For univariate comparisons between proportions, we used χ2 statistics with Yates correction. All tests were 2-sided with a rejection of the null hypothesis at P<.05. Continuous variables were compared with a t test or a Mann-Whitney test when nonnormally distributed. The incidence rates of events were calculated by dividing the number of each event by its corresponding person-time. Incidence rates were compared between exposed and nonexposed subjects and expressed as incidence rate ratios with 95% confidence intervals. Confidence intervals for the crude and adjusted incidence rate ratios were calculated with a Cox proportional hazards regression model. Adjusted estimates for incidence rate ratios were calculated with inclusion of all potential confounders at baseline, which were univariately associated with the outcome. Subsequently, the cohort was stratified into persons with risk factors at baseline and persons with no risk factor at baseline. In these strata, incidence rate ratios and the number needed to treat to prevent 1 fatal outcome were calculated. Time-to-event analyses were visualized in life tables. To calculate preventive fractions, we used the following formula:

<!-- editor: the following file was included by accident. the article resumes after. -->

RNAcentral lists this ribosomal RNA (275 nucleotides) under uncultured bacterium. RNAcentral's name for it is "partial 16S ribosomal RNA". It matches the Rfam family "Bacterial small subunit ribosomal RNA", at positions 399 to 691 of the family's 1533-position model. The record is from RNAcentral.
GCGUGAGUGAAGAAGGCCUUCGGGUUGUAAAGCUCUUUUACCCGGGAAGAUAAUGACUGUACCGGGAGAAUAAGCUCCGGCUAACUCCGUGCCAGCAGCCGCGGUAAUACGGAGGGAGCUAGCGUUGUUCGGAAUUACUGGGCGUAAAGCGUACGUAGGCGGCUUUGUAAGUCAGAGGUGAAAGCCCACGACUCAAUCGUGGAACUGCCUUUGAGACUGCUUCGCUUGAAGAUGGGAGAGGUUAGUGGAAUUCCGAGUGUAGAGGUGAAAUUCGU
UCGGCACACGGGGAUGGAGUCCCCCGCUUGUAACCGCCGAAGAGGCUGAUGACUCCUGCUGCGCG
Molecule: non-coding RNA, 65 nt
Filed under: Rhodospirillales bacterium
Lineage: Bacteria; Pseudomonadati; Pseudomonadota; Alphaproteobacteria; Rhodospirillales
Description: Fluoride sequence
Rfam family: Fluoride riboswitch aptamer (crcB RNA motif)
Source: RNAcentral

(IRcontrols − IRvaccine)/IRcontrols,
in which IR is the incidence rate. Numbers needed to treat were calculated by the following formula:
1/[(1 − e-IRcontrol×follow-up time) − (1 − e-IRvaccine×follow-up time)].
Vaccine efficacy was calculated by (1 − RR) × 100%, where RR indicates relative risk.